23 November 2009

Change Zombies: A Generation Without Minds

Unless you are an exceptional parent, you will turn your children over to an educational establishment for a significant -- perhaps the most significant -- part of his upbringing. No matter what the child represents to you, to this establishment, your child is an experiment in educational curriculum design.   An experiment in the creation of change zombies.

Unfortunately, the title "Change Zombies" is not an exaggeration. You may begin to understand, if you read this spiked-online article. The "idea of change" can work its way into the minds of today's curriculum designers, overwhelming their basic equilibrium and sense of mental balance.
In the worldview of the educational establishment change has acquired a sacred character that determines what is taught. It creates new requirements and introduces new ideas about learning. And it encourages the mass production of a disposable pedagogy.

...Often change and social transformation are represented as if they are unique to our time....Knowledge itself is called into question because in a world of constant flux it must be continually overtaken by events. Policy has become so focused on keeping up with change that it has become distracted from the task of giving meaning to education.

The fetishisation of change is symptomatic of a mood of intellectual malaise, where notions of truth, knowledge and meaning have acquired a provisional character. Perversely, the transformation of change into a metaphysical force haunting humanity actually desensitises society from distinguishing between a passing novelty and qualitative change.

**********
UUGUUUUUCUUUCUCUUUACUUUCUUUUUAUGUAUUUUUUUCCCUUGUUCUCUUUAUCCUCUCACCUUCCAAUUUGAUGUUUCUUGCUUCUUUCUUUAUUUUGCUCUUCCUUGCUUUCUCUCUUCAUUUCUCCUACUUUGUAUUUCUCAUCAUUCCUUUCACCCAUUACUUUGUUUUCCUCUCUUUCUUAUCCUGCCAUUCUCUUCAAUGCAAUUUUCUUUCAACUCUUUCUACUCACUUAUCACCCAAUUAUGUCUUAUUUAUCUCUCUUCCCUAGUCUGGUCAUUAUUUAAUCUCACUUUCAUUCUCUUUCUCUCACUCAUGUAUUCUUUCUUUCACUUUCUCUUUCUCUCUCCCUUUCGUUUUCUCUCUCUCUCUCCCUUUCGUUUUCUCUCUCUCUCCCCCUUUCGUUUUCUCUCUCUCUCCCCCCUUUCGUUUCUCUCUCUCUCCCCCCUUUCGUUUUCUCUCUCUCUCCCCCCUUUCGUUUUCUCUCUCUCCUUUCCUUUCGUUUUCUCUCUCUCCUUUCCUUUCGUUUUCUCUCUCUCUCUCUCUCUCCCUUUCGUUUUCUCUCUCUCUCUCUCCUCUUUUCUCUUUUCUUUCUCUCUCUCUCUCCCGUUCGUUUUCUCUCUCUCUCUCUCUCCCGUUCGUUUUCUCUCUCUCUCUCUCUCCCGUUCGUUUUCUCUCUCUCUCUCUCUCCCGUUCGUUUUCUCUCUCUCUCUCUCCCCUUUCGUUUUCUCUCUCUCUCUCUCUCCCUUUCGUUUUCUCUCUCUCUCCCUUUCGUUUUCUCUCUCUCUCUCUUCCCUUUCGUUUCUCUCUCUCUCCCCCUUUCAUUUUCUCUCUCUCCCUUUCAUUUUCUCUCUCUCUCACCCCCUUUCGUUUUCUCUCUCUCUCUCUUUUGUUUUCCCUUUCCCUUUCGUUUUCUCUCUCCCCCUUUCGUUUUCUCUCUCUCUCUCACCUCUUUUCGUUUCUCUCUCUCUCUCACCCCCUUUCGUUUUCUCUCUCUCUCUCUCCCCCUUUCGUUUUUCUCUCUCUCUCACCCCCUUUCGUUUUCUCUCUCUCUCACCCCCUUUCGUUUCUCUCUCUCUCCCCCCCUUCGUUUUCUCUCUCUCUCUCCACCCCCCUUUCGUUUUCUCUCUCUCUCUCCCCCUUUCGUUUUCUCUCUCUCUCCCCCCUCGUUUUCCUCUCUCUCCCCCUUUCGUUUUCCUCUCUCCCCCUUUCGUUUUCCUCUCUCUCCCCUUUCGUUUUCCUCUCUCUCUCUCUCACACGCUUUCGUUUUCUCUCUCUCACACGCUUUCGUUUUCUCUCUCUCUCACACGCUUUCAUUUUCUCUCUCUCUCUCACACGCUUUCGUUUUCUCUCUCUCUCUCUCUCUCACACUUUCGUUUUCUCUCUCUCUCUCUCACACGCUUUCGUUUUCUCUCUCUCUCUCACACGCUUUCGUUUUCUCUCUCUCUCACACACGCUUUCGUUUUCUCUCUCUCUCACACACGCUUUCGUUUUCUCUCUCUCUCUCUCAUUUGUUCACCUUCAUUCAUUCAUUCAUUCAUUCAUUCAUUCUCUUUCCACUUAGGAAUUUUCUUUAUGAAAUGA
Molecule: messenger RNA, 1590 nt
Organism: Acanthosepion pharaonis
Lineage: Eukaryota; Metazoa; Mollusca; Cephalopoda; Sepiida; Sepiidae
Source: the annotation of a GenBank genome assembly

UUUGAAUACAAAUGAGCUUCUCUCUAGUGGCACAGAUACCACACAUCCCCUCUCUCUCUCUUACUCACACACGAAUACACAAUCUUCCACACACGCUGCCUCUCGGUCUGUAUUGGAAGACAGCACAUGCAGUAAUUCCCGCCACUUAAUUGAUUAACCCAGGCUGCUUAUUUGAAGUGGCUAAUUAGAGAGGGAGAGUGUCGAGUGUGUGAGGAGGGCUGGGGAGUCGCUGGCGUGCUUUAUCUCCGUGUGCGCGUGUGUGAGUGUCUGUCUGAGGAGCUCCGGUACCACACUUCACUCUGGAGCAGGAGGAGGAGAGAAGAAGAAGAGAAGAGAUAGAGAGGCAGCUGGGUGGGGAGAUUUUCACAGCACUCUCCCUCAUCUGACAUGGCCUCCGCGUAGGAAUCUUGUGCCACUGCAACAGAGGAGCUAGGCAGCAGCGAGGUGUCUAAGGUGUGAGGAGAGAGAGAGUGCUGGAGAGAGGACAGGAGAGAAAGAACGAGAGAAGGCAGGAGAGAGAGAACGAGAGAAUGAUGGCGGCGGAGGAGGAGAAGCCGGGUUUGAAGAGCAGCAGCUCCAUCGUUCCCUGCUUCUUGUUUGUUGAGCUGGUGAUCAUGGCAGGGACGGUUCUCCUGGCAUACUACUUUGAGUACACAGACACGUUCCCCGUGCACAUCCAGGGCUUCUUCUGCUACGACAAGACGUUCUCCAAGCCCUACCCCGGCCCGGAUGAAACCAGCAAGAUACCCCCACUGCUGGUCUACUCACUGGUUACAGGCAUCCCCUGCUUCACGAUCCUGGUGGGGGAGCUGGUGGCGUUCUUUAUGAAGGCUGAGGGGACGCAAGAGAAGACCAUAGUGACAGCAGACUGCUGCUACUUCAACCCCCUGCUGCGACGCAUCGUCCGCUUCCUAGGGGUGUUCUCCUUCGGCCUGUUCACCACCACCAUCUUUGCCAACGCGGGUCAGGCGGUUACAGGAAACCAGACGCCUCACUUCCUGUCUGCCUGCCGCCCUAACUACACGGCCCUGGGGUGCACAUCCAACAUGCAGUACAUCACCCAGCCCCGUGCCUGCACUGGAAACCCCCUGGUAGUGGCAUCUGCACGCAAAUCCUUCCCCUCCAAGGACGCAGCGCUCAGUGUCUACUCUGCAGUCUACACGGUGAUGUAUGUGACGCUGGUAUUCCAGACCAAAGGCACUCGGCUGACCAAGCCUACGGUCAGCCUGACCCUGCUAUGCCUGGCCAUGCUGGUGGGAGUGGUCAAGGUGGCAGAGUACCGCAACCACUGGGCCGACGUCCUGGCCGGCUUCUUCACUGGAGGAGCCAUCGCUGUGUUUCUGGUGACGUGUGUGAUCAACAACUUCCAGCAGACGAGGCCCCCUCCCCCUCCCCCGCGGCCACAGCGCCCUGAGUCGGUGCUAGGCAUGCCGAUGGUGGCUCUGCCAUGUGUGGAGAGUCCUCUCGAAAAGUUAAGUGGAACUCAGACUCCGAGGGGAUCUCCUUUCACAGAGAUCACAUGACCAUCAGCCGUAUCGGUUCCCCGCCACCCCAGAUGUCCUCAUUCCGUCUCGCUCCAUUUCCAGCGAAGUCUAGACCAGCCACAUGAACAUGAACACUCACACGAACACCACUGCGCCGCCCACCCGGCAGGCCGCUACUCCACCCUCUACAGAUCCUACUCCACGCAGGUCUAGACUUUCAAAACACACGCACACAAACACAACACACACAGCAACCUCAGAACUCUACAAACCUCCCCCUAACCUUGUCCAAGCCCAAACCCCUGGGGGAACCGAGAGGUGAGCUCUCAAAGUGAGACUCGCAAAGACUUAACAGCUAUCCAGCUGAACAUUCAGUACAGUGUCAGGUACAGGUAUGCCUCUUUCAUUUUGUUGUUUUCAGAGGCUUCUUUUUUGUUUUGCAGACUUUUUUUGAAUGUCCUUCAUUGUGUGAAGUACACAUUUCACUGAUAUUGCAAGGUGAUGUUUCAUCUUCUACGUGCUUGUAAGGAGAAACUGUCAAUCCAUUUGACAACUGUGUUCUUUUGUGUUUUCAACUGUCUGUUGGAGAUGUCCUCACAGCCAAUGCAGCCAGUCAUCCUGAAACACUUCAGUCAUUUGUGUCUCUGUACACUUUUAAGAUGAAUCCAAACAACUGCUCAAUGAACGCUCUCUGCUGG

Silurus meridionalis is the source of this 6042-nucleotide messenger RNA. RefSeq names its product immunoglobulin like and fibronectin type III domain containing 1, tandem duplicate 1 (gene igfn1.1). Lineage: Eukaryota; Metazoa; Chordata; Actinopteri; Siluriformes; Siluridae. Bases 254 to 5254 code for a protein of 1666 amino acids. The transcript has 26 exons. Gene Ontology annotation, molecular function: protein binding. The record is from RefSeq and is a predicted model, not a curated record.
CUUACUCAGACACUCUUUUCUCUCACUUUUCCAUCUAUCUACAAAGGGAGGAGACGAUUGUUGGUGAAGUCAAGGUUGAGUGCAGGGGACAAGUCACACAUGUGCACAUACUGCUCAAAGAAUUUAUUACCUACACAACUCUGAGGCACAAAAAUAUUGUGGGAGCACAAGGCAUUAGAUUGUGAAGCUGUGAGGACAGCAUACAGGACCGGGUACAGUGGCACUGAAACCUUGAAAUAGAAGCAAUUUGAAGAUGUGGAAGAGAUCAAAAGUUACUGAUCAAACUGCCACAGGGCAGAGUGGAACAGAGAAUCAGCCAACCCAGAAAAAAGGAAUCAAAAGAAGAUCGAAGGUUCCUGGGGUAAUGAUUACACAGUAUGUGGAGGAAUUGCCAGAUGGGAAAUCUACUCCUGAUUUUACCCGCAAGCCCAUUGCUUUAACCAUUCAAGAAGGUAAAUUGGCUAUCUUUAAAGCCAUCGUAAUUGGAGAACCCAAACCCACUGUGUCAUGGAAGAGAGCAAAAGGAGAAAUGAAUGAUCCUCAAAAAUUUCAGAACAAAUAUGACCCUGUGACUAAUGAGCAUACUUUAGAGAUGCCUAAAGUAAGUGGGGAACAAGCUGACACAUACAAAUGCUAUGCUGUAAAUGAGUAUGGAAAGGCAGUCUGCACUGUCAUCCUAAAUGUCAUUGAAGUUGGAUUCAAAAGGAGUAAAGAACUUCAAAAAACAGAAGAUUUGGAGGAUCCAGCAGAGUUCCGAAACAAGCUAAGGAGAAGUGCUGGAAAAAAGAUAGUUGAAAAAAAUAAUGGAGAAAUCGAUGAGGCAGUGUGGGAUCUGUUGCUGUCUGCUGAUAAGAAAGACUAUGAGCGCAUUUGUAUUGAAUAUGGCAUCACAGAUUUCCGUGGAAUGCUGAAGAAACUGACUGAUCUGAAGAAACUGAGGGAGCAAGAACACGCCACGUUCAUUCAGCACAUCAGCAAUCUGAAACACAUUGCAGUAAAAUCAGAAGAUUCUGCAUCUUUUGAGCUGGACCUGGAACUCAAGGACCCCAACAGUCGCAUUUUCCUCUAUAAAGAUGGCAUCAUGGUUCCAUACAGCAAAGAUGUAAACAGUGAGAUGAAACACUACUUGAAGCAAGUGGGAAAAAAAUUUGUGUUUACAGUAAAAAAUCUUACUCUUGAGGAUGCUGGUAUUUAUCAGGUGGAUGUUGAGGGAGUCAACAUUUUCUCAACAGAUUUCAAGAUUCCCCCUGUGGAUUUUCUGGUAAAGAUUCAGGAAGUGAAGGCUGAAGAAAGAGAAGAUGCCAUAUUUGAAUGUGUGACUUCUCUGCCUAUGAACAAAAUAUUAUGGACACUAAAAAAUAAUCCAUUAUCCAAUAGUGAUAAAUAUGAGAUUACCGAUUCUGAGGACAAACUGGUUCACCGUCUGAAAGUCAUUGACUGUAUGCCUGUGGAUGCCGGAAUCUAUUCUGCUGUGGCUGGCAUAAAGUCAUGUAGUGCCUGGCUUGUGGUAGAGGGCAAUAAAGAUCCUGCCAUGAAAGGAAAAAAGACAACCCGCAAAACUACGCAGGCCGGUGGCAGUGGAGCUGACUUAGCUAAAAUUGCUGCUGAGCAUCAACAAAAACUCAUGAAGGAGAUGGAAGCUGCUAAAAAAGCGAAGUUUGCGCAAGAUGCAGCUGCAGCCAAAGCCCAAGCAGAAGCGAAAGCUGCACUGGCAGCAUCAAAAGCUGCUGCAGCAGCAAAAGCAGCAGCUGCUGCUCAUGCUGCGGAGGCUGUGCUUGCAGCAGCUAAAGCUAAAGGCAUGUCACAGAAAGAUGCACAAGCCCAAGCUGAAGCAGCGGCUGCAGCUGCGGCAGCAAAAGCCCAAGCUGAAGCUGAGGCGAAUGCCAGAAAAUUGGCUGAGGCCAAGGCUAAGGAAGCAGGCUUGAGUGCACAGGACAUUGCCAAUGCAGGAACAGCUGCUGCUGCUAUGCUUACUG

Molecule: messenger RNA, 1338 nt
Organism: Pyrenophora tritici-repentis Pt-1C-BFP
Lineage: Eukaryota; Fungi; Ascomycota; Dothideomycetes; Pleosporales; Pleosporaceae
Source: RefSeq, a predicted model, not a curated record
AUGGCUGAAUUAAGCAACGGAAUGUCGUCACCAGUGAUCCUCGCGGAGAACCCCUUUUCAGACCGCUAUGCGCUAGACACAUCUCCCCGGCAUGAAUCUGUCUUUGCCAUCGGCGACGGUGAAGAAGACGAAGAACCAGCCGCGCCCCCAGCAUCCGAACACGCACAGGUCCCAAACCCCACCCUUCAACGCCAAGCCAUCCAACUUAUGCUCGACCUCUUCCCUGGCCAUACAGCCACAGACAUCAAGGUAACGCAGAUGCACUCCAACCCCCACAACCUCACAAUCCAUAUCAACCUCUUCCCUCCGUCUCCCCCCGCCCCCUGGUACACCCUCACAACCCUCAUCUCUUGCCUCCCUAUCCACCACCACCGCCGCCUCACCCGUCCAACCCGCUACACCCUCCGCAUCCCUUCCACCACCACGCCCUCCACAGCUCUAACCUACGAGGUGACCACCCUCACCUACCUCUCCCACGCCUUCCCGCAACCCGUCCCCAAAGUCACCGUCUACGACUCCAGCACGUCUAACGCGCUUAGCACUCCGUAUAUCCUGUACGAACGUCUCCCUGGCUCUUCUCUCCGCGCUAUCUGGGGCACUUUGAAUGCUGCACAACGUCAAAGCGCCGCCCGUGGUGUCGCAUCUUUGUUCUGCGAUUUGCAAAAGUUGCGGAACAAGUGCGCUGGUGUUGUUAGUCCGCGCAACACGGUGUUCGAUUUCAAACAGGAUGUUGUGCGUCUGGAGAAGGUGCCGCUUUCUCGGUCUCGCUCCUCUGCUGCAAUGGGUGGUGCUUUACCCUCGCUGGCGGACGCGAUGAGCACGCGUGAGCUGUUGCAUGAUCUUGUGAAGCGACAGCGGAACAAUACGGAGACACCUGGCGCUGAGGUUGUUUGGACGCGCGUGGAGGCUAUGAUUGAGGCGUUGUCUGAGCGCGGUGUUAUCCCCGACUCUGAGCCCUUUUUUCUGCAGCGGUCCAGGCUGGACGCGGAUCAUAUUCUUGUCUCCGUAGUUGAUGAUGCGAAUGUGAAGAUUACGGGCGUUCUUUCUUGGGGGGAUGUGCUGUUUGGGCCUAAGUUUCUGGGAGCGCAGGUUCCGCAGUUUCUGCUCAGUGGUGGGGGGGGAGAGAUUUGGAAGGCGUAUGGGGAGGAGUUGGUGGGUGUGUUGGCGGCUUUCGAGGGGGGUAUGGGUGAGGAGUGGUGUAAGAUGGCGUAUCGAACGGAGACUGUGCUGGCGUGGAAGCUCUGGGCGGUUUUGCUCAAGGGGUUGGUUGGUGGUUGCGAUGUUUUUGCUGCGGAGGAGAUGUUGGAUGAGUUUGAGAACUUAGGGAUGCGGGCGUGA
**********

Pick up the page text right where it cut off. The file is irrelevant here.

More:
...Curriculum engineers often display indifference, if not contempt, for abstract thought and the knowledge developed in the past. Both are criticised for being irrelevant or outdated; only new information that can be applied and acted on is seen as suitable for the training – and it is training and not teaching – of digital natives.

...The instability that afflicts the education system is turned into the normal state of an institution that needs to be responsive to the uncertain flow of events. Although fads come and go, the constant feature of today’s throwaway pedagogy is a deep-seated hostility to teaching academic subjects to young people, especially to those who come from disadvantaged socioeconomic groups. So-called modernisers regard the subject-based curriculum as far too rigid for a school system that must adapt to a constantly changing world.

...Sadly, the ceaseless repetition of the idea that the past is irrelevant desensitises people from understanding the influence of the legacy of human development on their lives. The constant talk of ceaseless change tends to naturalise it and turn it into an omnipotent autonomous force that subjects human beings to its will. _spiked-online
If the parents are able to spend enough time with the child in the early years before school, and if they are able to supplement the child's official schooling with an authentic education provided at home and under the direct supervision of the family, the child will likely turn out fine. But most parents are too busy working for the tax collector and the bill collector to provide a child with a quality, meaningful contact education. And so the child is thrown to the experimenters.